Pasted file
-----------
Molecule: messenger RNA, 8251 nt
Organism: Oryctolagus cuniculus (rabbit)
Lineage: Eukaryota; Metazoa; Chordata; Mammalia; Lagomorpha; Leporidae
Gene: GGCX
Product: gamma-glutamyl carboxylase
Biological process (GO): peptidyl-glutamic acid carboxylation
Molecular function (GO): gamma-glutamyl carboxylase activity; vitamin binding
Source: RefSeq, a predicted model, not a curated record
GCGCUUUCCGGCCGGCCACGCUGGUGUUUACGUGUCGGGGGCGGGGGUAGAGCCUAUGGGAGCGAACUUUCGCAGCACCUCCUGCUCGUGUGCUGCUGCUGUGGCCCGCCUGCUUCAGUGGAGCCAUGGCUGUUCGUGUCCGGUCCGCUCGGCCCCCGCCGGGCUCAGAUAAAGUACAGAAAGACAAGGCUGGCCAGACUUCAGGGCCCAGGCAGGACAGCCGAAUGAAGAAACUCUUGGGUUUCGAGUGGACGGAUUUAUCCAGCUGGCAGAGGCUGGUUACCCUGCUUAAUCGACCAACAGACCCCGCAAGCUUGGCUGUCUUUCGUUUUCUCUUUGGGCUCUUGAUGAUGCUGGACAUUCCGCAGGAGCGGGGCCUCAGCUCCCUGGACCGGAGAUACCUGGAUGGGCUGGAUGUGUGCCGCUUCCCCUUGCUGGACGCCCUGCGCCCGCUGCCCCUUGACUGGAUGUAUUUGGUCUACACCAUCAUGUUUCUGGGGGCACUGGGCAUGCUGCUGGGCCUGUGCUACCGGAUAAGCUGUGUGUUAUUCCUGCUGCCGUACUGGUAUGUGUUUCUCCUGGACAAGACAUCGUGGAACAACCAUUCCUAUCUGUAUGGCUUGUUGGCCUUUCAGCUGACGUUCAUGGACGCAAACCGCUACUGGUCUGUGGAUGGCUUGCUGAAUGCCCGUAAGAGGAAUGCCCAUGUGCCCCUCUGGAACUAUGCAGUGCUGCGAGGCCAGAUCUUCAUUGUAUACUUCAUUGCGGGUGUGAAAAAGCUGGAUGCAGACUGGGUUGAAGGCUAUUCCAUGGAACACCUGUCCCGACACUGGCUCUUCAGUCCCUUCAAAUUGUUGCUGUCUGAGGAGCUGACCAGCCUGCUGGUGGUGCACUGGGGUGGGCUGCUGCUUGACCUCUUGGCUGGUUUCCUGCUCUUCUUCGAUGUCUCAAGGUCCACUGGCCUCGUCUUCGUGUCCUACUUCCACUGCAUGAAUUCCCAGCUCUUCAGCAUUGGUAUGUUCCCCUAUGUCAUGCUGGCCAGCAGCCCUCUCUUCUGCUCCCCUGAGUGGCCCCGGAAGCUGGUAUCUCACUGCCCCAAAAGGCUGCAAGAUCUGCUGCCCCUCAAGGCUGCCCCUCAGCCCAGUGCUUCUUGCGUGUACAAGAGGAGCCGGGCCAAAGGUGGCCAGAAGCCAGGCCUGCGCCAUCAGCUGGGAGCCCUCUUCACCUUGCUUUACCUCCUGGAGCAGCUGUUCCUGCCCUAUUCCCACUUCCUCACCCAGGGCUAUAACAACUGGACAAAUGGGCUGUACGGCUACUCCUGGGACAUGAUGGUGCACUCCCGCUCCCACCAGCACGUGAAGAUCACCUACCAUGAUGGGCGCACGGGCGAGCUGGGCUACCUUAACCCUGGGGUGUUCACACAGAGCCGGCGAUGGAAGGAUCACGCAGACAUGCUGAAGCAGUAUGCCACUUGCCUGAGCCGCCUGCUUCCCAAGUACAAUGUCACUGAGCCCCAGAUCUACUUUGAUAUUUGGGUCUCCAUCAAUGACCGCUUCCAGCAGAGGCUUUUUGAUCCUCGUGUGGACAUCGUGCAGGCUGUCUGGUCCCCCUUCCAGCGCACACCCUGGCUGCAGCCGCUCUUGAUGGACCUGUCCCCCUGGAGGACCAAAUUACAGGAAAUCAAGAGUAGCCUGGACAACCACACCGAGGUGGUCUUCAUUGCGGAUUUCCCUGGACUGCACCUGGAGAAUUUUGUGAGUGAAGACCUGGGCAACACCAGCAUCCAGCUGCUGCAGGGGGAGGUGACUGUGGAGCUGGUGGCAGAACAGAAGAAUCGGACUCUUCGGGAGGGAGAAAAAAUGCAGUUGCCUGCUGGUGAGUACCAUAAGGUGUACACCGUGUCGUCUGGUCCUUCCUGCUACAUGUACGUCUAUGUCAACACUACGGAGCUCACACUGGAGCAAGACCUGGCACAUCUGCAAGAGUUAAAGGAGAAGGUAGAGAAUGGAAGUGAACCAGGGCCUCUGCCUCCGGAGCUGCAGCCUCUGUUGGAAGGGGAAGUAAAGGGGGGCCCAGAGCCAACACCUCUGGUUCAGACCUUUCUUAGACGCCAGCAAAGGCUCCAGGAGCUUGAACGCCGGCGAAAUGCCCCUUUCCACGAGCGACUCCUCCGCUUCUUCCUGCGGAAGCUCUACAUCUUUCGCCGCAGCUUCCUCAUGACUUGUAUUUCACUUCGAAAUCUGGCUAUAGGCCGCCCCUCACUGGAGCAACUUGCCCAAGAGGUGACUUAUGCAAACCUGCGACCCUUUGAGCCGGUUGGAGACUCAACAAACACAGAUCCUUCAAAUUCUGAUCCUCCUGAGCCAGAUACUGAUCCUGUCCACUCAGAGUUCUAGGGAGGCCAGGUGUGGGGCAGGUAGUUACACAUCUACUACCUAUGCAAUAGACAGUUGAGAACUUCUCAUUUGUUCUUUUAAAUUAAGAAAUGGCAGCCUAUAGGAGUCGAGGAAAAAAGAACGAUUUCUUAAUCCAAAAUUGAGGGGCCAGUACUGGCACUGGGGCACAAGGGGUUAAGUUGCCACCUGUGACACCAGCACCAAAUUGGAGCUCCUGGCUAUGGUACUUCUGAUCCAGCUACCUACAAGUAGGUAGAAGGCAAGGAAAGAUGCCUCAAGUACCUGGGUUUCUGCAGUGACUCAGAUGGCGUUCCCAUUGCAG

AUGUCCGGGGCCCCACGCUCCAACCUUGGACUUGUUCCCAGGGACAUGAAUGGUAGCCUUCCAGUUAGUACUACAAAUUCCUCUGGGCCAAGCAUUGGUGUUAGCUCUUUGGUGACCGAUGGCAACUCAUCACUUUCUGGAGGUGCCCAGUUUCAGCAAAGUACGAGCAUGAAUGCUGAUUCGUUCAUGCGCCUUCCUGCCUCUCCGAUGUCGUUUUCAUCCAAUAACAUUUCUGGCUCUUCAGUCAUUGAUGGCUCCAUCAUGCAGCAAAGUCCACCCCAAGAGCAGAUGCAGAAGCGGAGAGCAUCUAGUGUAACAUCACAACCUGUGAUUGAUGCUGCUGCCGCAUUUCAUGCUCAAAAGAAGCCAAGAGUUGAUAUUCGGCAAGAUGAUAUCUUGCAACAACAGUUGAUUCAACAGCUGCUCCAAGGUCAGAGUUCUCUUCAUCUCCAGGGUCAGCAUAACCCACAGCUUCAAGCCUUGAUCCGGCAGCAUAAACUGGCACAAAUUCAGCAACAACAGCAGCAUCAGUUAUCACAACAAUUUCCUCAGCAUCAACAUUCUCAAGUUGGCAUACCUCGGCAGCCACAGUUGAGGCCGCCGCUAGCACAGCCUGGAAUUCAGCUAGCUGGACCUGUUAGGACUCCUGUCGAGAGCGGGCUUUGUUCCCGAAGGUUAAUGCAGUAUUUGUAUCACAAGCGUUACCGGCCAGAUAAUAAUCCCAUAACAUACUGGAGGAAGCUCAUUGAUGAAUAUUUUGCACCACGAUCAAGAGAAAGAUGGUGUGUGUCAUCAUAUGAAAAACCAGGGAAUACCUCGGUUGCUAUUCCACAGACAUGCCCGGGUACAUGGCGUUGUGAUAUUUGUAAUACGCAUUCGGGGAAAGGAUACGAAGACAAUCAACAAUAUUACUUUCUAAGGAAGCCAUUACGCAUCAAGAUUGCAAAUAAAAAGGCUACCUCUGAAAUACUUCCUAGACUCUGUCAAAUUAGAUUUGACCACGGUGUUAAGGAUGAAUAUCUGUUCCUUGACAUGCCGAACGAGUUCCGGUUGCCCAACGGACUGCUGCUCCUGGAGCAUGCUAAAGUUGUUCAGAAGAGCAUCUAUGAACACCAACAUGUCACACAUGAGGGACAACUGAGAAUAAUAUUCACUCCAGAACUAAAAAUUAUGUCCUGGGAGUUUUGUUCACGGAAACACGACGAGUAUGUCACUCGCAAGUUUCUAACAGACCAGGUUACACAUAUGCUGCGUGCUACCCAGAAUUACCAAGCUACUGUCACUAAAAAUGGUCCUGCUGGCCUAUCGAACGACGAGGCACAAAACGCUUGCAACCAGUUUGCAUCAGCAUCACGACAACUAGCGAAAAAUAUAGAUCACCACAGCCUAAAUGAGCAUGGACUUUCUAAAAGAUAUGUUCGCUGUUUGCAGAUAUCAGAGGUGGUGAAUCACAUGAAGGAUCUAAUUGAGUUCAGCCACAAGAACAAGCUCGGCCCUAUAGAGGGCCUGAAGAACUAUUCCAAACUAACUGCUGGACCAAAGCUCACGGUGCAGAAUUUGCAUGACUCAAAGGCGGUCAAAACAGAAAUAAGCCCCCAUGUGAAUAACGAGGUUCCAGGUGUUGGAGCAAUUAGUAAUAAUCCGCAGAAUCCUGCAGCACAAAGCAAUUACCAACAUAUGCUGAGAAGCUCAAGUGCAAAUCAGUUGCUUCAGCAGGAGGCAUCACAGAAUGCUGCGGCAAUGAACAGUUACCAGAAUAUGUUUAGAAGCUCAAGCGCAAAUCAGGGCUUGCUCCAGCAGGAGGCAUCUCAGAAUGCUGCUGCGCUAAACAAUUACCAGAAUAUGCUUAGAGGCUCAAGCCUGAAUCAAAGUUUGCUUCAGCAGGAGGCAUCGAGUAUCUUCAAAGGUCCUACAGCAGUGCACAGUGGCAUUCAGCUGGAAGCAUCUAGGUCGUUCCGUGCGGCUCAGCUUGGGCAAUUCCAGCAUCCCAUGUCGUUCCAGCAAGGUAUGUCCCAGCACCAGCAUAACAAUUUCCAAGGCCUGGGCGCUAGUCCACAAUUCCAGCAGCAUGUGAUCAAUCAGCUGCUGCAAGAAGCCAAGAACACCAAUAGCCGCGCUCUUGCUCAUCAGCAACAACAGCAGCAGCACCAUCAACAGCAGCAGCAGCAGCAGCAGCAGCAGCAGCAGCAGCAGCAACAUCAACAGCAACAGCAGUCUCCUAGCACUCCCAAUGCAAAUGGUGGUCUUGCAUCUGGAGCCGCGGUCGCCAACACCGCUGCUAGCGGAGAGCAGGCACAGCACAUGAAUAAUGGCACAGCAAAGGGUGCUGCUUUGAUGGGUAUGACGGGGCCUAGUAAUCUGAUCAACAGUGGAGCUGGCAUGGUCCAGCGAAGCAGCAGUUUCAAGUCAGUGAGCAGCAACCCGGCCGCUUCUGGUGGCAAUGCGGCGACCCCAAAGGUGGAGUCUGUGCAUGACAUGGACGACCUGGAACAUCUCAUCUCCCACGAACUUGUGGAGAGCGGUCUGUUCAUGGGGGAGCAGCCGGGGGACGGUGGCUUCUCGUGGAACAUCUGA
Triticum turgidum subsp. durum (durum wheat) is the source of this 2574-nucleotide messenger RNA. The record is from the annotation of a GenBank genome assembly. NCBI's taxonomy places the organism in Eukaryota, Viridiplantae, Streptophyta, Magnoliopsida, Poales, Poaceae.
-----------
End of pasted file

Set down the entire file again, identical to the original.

Molecule: messenger RNA, 8251 nt
Organism: Oryctolagus cuniculus (rabbit)
Lineage: Eukaryota; Metazoa; Chordata; Mammalia; Lagomorpha; Leporidae
Gene: GGCX
Product: gamma-glutamyl carboxylase
Biological process (GO): peptidyl-glutamic acid carboxylation
Molecular function (GO): gamma-glutamyl carboxylase activity; vitamin binding
Source: RefSeq, a predicted model, not a curated record
GCGCUUUCCGGCCGGCCACGCUGGUGUUUACGUGUCGGGGGCGGGGGUAGAGCCUAUGGGAGCGAACUUUCGCAGCACCUCCUGCUCGUGUGCUGCUGCUGUGGCCCGCCUGCUUCAGUGGAGCCAUGGCUGUUCGUGUCCGGUCCGCUCGGCCCCCGCCGGGCUCAGAUAAAGUACAGAAAGACAAGGCUGGCCAGACUUCAGGGCCCAGGCAGGACAGCCGAAUGAAGAAACUCUUGGGUUUCGAGUGGACGGAUUUAUCCAGCUGGCAGAGGCUGGUUACCCUGCUUAAUCGACCAACAGACCCCGCAAGCUUGGCUGUCUUUCGUUUUCUCUUUGGGCUCUUGAUGAUGCUGGACAUUCCGCAGGAGCGGGGCCUCAGCUCCCUGGACCGGAGAUACCUGGAUGGGCUGGAUGUGUGCCGCUUCCCCUUGCUGGACGCCCUGCGCCCGCUGCCCCUUGACUGGAUGUAUUUGGUCUACACCAUCAUGUUUCUGGGGGCACUGGGCAUGCUGCUGGGCCUGUGCUACCGGAUAAGCUGUGUGUUAUUCCUGCUGCCGUACUGGUAUGUGUUUCUCCUGGACAAGACAUCGUGGAACAACCAUUCCUAUCUGUAUGGCUUGUUGGCCUUUCAGCUGACGUUCAUGGACGCAAACCGCUACUGGUCUGUGGAUGGCUUGCUGAAUGCCCGUAAGAGGAAUGCCCAUGUGCCCCUCUGGAACUAUGCAGUGCUGCGAGGCCAGAUCUUCAUUGUAUACUUCAUUGCGGGUGUGAAAAAGCUGGAUGCAGACUGGGUUGAAGGCUAUUCCAUGGAACACCUGUCCCGACACUGGCUCUUCAGUCCCUUCAAAUUGUUGCUGUCUGAGGAGCUGACCAGCCUGCUGGUGGUGCACUGGGGUGGGCUGCUGCUUGACCUCUUGGCUGGUUUCCUGCUCUUCUUCGAUGUCUCAAGGUCCACUGGCCUCGUCUUCGUGUCCUACUUCCACUGCAUGAAUUCCCAGCUCUUCAGCAUUGGUAUGUUCCCCUAUGUCAUGCUGGCCAGCAGCCCUCUCUUCUGCUCCCCUGAGUGGCCCCGGAAGCUGGUAUCUCACUGCCCCAAAAGGCUGCAAGAUCUGCUGCCCCUCAAGGCUGCCCCUCAGCCCAGUGCUUCUUGCGUGUACAAGAGGAGCCGGGCCAAAGGUGGCCAGAAGCCAGGCCUGCGCCAUCAGCUGGGAGCCCUCUUCACCUUGCUUUACCUCCUGGAGCAGCUGUUCCUGCCCUAUUCCCACUUCCUCACCCAGGGCUAUAACAACUGGACAAAUGGGCUGUACGGCUACUCCUGGGACAUGAUGGUGCACUCCCGCUCCCACCAGCACGUGAAGAUCACCUACCAUGAUGGGCGCACGGGCGAGCUGGGCUACCUUAACCCUGGGGUGUUCACACAGAGCCGGCGAUGGAAGGAUCACGCAGACAUGCUGAAGCAGUAUGCCACUUGCCUGAGCCGCCUGCUUCCCAAGUACAAUGUCACUGAGCCCCAGAUCUACUUUGAUAUUUGGGUCUCCAUCAAUGACCGCUUCCAGCAGAGGCUUUUUGAUCCUCGUGUGGACAUCGUGCAGGCUGUCUGGUCCCCCUUCCAGCGCACACCCUGGCUGCAGCCGCUCUUGAUGGACCUGUCCCCCUGGAGGACCAAAUUACAGGAAAUCAAGAGUAGCCUGGACAACCACACCGAGGUGGUCUUCAUUGCGGAUUUCCCUGGACUGCACCUGGAGAAUUUUGUGAGUGAAGACCUGGGCAACACCAGCAUCCAGCUGCUGCAGGGGGAGGUGACUGUGGAGCUGGUGGCAGAACAGAAGAAUCGGACUCUUCGGGAGGGAGAAAAAAUGCAGUUGCCUGCUGGUGAGUACCAUAAGGUGUACACCGUGUCGUCUGGUCCUUCCUGCUACAUGUACGUCUAUGUCAACACUACGGAGCUCACACUGGAGCAAGACCUGGCACAUCUGCAAGAGUUAAAGGAGAAGGUAGAGAAUGGAAGUGAACCAGGGCCUCUGCCUCCGGAGCUGCAGCCUCUGUUGGAAGGGGAAGUAAAGGGGGGCCCAGAGCCAACACCUCUGGUUCAGACCUUUCUUAGACGCCAGCAAAGGCUCCAGGAGCUUGAACGCCGGCGAAAUGCCCCUUUCCACGAGCGACUCCUCCGCUUCUUCCUGCGGAAGCUCUACAUCUUUCGCCGCAGCUUCCUCAUGACUUGUAUUUCACUUCGAAAUCUGGCUAUAGGCCGCCCCUCACUGGAGCAACUUGCCCAAGAGGUGACUUAUGCAAACCUGCGACCCUUUGAGCCGGUUGGAGACUCAACAAACACAGAUCCUUCAAAUUCUGAUCCUCCUGAGCCAGAUACUGAUCCUGUCCACUCAGAGUUCUAGGGAGGCCAGGUGUGGGGCAGGUAGUUACACAUCUACUACCUAUGCAAUAGACAGUUGAGAACUUCUCAUUUGUUCUUUUAAAUUAAGAAAUGGCAGCCUAUAGGAGUCGAGGAAAAAAGAACGAUUUCUUAAUCCAAAAUUGAGGGGCCAGUACUGGCACUGGGGCACAAGGGGUUAAGUUGCCACCUGUGACACCAGCACCAAAUUGGAGCUCCUGGCUAUGGUACUUCUGAUCCAGCUACCUACAAGUAGGUAGAAGGCAAGGAAAGAUGCCUCAAGUACCUGGGUUUCUGCAGUGACUCAGAUGGCGUUCCCAUUGCAG

AUGUCCGGGGCCCCACGCUCCAACCUUGGACUUGUUCCCAGGGACAUGAAUGGUAGCCUUCCAGUUAGUACUACAAAUUCCUCUGGGCCAAGCAUUGGUGUUAGCUCUUUGGUGACCGAUGGCAACUCAUCACUUUCUGGAGGUGCCCAGUUUCAGCAAAGUACGAGCAUGAAUGCUGAUUCGUUCAUGCGCCUUCCUGCCUCUCCGAUGUCGUUUUCAUCCAAUAACAUUUCUGGCUCUUCAGUCAUUGAUGGCUCCAUCAUGCAGCAAAGUCCACCCCAAGAGCAGAUGCAGAAGCGGAGAGCAUCUAGUGUAACAUCACAACCUGUGAUUGAUGCUGCUGCCGCAUUUCAUGCUCAAAAGAAGCCAAGAGUUGAUAUUCGGCAAGAUGAUAUCUUGCAACAACAGUUGAUUCAACAGCUGCUCCAAGGUCAGAGUUCUCUUCAUCUCCAGGGUCAGCAUAACCCACAGCUUCAAGCCUUGAUCCGGCAGCAUAAACUGGCACAAAUUCAGCAACAACAGCAGCAUCAGUUAUCACAACAAUUUCCUCAGCAUCAACAUUCUCAAGUUGGCAUACCUCGGCAGCCACAGUUGAGGCCGCCGCUAGCACAGCCUGGAAUUCAGCUAGCUGGACCUGUUAGGACUCCUGUCGAGAGCGGGCUUUGUUCCCGAAGGUUAAUGCAGUAUUUGUAUCACAAGCGUUACCGGCCAGAUAAUAAUCCCAUAACAUACUGGAGGAAGCUCAUUGAUGAAUAUUUUGCACCACGAUCAAGAGAAAGAUGGUGUGUGUCAUCAUAUGAAAAACCAGGGAAUACCUCGGUUGCUAUUCCACAGACAUGCCCGGGUACAUGGCGUUGUGAUAUUUGUAAUACGCAUUCGGGGAAAGGAUACGAAGACAAUCAACAAUAUUACUUUCUAAGGAAGCCAUUACGCAUCAAGAUUGCAAAUAAAAAGGCUACCUCUGAAAUACUUCCUAGACUCUGUCAAAUUAGAUUUGACCACGGUGUUAAGGAUGAAUAUCUGUUCCUUGACAUGCCGAACGAGUUCCGGUUGCCCAACGGACUGCUGCUCCUGGAGCAUGCUAAAGUUGUUCAGAAGAGCAUCUAUGAACACCAACAUGUCACACAUGAGGGACAACUGAGAAUAAUAUUCACUCCAGAACUAAAAAUUAUGUCCUGGGAGUUUUGUUCACGGAAACACGACGAGUAUGUCACUCGCAAGUUUCUAACAGACCAGGUUACACAUAUGCUGCGUGCUACCCAGAAUUACCAAGCUACUGUCACUAAAAAUGGUCCUGCUGGCCUAUCGAACGACGAGGCACAAAACGCUUGCAACCAGUUUGCAUCAGCAUCACGACAACUAGCGAAAAAUAUAGAUCACCACAGCCUAAAUGAGCAUGGACUUUCUAAAAGAUAUGUUCGCUGUUUGCAGAUAUCAGAGGUGGUGAAUCACAUGAAGGAUCUAAUUGAGUUCAGCCACAAGAACAAGCUCGGCCCUAUAGAGGGCCUGAAGAACUAUUCCAAACUAACUGCUGGACCAAAGCUCACGGUGCAGAAUUUGCAUGACUCAAAGGCGGUCAAAACAGAAAUAAGCCCCCAUGUGAAUAACGAGGUUCCAGGUGUUGGAGCAAUUAGUAAUAAUCCGCAGAAUCCUGCAGCACAAAGCAAUUACCAACAUAUGCUGAGAAGCUCAAGUGCAAAUCAGUUGCUUCAGCAGGAGGCAUCACAGAAUGCUGCGGCAAUGAACAGUUACCAGAAUAUGUUUAGAAGCUCAAGCGCAAAUCAGGGCUUGCUCCAGCAGGAGGCAUCUCAGAAUGCUGCUGCGCUAAACAAUUACCAGAAUAUGCUUAGAGGCUCAAGCCUGAAUCAAAGUUUGCUUCAGCAGGAGGCAUCGAGUAUCUUCAAAGGUCCUACAGCAGUGCACAGUGGCAUUCAGCUGGAAGCAUCUAGGUCGUUCCGUGCGGCUCAGCUUGGGCAAUUCCAGCAUCCCAUGUCGUUCCAGCAAGGUAUGUCCCAGCACCAGCAUAACAAUUUCCAAGGCCUGGGCGCUAGUCCACAAUUCCAGCAGCAUGUGAUCAAUCAGCUGCUGCAAGAAGCCAAGAACACCAAUAGCCGCGCUCUUGCUCAUCAGCAACAACAGCAGCAGCACCAUCAACAGCAGCAGCAGCAGCAGCAGCAGCAGCAGCAGCAGCAGCAACAUCAACAGCAACAGCAGUCUCCUAGCACUCCCAAUGCAAAUGGUGGUCUUGCAUCUGGAGCCGCGGUCGCCAACACCGCUGCUAGCGGAGAGCAGGCACAGCACAUGAAUAAUGGCACAGCAAAGGGUGCUGCUUUGAUGGGUAUGACGGGGCCUAGUAAUCUGAUCAACAGUGGAGCUGGCAUGGUCCAGCGAAGCAGCAGUUUCAAGUCAGUGAGCAGCAACCCGGCCGCUUCUGGUGGCAAUGCGGCGACCCCAAAGGUGGAGUCUGUGCAUGACAUGGACGACCUGGAACAUCUCAUCUCCCACGAACUUGUGGAGAGCGGUCUGUUCAUGGGGGAGCAGCCGGGGGACGGUGGCUUCUCGUGGAACAUCUGA
Triticum turgidum subsp. durum (durum wheat) is the source of this 2574-nucleotide messenger RNA. The record is from the annotation of a GenBank genome assembly. NCBI's taxonomy places the organism in Eukaryota, Viridiplantae, Streptophyta, Magnoliopsida, Poales, Poaceae.